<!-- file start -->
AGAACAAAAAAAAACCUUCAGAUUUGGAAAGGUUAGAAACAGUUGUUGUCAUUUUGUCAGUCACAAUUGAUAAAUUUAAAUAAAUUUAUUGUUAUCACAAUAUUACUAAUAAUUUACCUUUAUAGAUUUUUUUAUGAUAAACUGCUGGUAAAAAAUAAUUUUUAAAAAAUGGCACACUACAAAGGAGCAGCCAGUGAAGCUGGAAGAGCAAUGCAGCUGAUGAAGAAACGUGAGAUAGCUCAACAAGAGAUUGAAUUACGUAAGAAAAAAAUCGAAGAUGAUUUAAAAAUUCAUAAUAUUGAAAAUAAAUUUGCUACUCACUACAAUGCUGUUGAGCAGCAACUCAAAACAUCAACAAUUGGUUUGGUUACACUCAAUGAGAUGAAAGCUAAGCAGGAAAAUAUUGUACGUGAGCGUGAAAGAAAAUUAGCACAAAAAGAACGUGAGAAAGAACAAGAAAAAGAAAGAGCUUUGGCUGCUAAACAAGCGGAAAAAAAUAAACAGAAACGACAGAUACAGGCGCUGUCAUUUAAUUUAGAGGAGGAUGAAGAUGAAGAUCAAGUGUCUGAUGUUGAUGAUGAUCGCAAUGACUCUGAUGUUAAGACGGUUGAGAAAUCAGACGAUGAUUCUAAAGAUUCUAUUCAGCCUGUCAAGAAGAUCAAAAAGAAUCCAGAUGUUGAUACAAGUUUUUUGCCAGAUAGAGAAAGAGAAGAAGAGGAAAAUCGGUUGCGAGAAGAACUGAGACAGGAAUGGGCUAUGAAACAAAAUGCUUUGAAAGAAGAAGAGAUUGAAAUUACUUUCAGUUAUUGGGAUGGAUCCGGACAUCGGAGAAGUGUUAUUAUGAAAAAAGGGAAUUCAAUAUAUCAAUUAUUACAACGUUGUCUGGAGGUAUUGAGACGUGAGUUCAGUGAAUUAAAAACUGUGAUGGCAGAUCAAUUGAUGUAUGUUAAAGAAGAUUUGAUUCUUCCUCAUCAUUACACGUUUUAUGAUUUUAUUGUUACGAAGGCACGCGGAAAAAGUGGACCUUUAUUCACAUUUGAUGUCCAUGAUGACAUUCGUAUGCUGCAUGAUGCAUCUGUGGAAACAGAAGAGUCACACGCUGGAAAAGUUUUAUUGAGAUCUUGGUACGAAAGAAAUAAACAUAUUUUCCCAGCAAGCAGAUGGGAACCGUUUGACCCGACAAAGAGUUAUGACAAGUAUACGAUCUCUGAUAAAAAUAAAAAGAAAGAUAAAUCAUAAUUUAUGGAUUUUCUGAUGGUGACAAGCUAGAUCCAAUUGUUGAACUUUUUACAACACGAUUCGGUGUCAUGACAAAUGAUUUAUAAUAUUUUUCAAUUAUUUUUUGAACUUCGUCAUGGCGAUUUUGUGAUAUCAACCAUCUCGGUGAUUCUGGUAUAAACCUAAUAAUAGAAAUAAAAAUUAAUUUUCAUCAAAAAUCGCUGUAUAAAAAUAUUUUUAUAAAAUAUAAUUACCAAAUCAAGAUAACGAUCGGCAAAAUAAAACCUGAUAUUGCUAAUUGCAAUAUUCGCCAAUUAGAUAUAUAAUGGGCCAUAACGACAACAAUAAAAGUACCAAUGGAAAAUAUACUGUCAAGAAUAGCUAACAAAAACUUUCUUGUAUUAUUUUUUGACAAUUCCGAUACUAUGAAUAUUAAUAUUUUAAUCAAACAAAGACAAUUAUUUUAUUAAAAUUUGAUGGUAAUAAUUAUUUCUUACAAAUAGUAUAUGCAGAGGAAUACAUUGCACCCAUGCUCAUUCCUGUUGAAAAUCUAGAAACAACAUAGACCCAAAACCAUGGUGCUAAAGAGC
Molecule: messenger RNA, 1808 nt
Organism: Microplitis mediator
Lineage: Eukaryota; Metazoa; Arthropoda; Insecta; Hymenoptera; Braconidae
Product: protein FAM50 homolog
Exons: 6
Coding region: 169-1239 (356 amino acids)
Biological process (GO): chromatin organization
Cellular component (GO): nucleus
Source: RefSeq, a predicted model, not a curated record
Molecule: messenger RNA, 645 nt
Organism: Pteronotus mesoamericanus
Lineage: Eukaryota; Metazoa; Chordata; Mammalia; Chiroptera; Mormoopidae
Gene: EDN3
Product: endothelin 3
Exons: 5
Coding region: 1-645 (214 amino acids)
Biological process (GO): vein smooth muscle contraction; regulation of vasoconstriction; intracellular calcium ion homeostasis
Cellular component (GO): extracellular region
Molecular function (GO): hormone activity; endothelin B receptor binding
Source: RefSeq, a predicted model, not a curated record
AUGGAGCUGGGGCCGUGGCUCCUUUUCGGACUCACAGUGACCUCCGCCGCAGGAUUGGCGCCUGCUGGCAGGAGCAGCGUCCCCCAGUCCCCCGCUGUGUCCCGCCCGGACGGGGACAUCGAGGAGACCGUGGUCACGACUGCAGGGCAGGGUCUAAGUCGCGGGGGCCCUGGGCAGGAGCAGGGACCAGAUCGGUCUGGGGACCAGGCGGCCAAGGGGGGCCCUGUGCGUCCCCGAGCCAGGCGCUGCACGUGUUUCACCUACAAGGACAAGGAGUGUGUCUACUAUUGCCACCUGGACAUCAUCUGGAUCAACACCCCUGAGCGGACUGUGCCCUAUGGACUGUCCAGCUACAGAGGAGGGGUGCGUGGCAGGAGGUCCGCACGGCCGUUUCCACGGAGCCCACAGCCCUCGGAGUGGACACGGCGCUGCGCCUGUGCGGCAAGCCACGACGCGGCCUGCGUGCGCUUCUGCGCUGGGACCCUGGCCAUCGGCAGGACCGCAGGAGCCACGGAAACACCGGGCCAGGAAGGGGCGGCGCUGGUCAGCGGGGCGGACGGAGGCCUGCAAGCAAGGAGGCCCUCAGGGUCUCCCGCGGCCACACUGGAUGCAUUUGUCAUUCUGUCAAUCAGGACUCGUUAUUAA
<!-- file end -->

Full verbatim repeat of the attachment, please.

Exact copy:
AGAACAAAAAAAAACCUUCAGAUUUGGAAAGGUUAGAAACAGUUGUUGUCAUUUUGUCAGUCACAAUUGAUAAAUUUAAAUAAAUUUAUUGUUAUCACAAUAUUACUAAUAAUUUACCUUUAUAGAUUUUUUUAUGAUAAACUGCUGGUAAAAAAUAAUUUUUAAAAAAUGGCACACUACAAAGGAGCAGCCAGUGAAGCUGGAAGAGCAAUGCAGCUGAUGAAGAAACGUGAGAUAGCUCAACAAGAGAUUGAAUUACGUAAGAAAAAAAUCGAAGAUGAUUUAAAAAUUCAUAAUAUUGAAAAUAAAUUUGCUACUCACUACAAUGCUGUUGAGCAGCAACUCAAAACAUCAACAAUUGGUUUGGUUACACUCAAUGAGAUGAAAGCUAAGCAGGAAAAUAUUGUACGUGAGCGUGAAAGAAAAUUAGCACAAAAAGAACGUGAGAAAGAACAAGAAAAAGAAAGAGCUUUGGCUGCUAAACAAGCGGAAAAAAAUAAACAGAAACGACAGAUACAGGCGCUGUCAUUUAAUUUAGAGGAGGAUGAAGAUGAAGAUCAAGUGUCUGAUGUUGAUGAUGAUCGCAAUGACUCUGAUGUUAAGACGGUUGAGAAAUCAGACGAUGAUUCUAAAGAUUCUAUUCAGCCUGUCAAGAAGAUCAAAAAGAAUCCAGAUGUUGAUACAAGUUUUUUGCCAGAUAGAGAAAGAGAAGAAGAGGAAAAUCGGUUGCGAGAAGAACUGAGACAGGAAUGGGCUAUGAAACAAAAUGCUUUGAAAGAAGAAGAGAUUGAAAUUACUUUCAGUUAUUGGGAUGGAUCCGGACAUCGGAGAAGUGUUAUUAUGAAAAAAGGGAAUUCAAUAUAUCAAUUAUUACAACGUUGUCUGGAGGUAUUGAGACGUGAGUUCAGUGAAUUAAAAACUGUGAUGGCAGAUCAAUUGAUGUAUGUUAAAGAAGAUUUGAUUCUUCCUCAUCAUUACACGUUUUAUGAUUUUAUUGUUACGAAGGCACGCGGAAAAAGUGGACCUUUAUUCACAUUUGAUGUCCAUGAUGACAUUCGUAUGCUGCAUGAUGCAUCUGUGGAAACAGAAGAGUCACACGCUGGAAAAGUUUUAUUGAGAUCUUGGUACGAAAGAAAUAAACAUAUUUUCCCAGCAAGCAGAUGGGAACCGUUUGACCCGACAAAGAGUUAUGACAAGUAUACGAUCUCUGAUAAAAAUAAAAAGAAAGAUAAAUCAUAAUUUAUGGAUUUUCUGAUGGUGACAAGCUAGAUCCAAUUGUUGAACUUUUUACAACACGAUUCGGUGUCAUGACAAAUGAUUUAUAAUAUUUUUCAAUUAUUUUUUGAACUUCGUCAUGGCGAUUUUGUGAUAUCAACCAUCUCGGUGAUUCUGGUAUAAACCUAAUAAUAGAAAUAAAAAUUAAUUUUCAUCAAAAAUCGCUGUAUAAAAAUAUUUUUAUAAAAUAUAAUUACCAAAUCAAGAUAACGAUCGGCAAAAUAAAACCUGAUAUUGCUAAUUGCAAUAUUCGCCAAUUAGAUAUAUAAUGGGCCAUAACGACAACAAUAAAAGUACCAAUGGAAAAUAUACUGUCAAGAAUAGCUAACAAAAACUUUCUUGUAUUAUUUUUUGACAAUUCCGAUACUAUGAAUAUUAAUAUUUUAAUCAAACAAAGACAAUUAUUUUAUUAAAAUUUGAUGGUAAUAAUUAUUUCUUACAAAUAGUAUAUGCAGAGGAAUACAUUGCACCCAUGCUCAUUCCUGUUGAAAAUCUAGAAACAACAUAGACCCAAAACCAUGGUGCUAAAGAGC
Molecule: messenger RNA, 1808 nt
Organism: Microplitis mediator
Lineage: Eukaryota; Metazoa; Arthropoda; Insecta; Hymenoptera; Braconidae
Product: protein FAM50 homolog
Exons: 6
Coding region: 169-1239 (356 amino acids)
Biological process (GO): chromatin organization
Cellular component (GO): nucleus
Source: RefSeq, a predicted model, not a curated record
Molecule: messenger RNA, 645 nt
Organism: Pteronotus mesoamericanus
Lineage: Eukaryota; Metazoa; Chordata; Mammalia; Chiroptera; Mormoopidae
Gene: EDN3
Product: endothelin 3
Exons: 5
Coding region: 1-645 (214 amino acids)
Biological process (GO): vein smooth muscle contraction; regulation of vasoconstriction; intracellular calcium ion homeostasis
Cellular component (GO): extracellular region
Molecular function (GO): hormone activity; endothelin B receptor binding
Source: RefSeq, a predicted model, not a curated record
AUGGAGCUGGGGCCGUGGCUCCUUUUCGGACUCACAGUGACCUCCGCCGCAGGAUUGGCGCCUGCUGGCAGGAGCAGCGUCCCCCAGUCCCCCGCUGUGUCCCGCCCGGACGGGGACAUCGAGGAGACCGUGGUCACGACUGCAGGGCAGGGUCUAAGUCGCGGGGGCCCUGGGCAGGAGCAGGGACCAGAUCGGUCUGGGGACCAGGCGGCCAAGGGGGGCCCUGUGCGUCCCCGAGCCAGGCGCUGCACGUGUUUCACCUACAAGGACAAGGAGUGUGUCUACUAUUGCCACCUGGACAUCAUCUGGAUCAACACCCCUGAGCGGACUGUGCCCUAUGGACUGUCCAGCUACAGAGGAGGGGUGCGUGGCAGGAGGUCCGCACGGCCGUUUCCACGGAGCCCACAGCCCUCGGAGUGGACACGGCGCUGCGCCUGUGCGGCAAGCCACGACGCGGCCUGCGUGCGCUUCUGCGCUGGGACCCUGGCCAUCGGCAGGACCGCAGGAGCCACGGAAACACCGGGCCAGGAAGGGGCGGCGCUGGUCAGCGGGGCGGACGGAGGCCUGCAAGCAAGGAGGCCCUCAGGGUCUCCCGCGGCCACACUGGAUGCAUUUGUCAUUCUGUCAAUCAGGACUCGUUAUUAA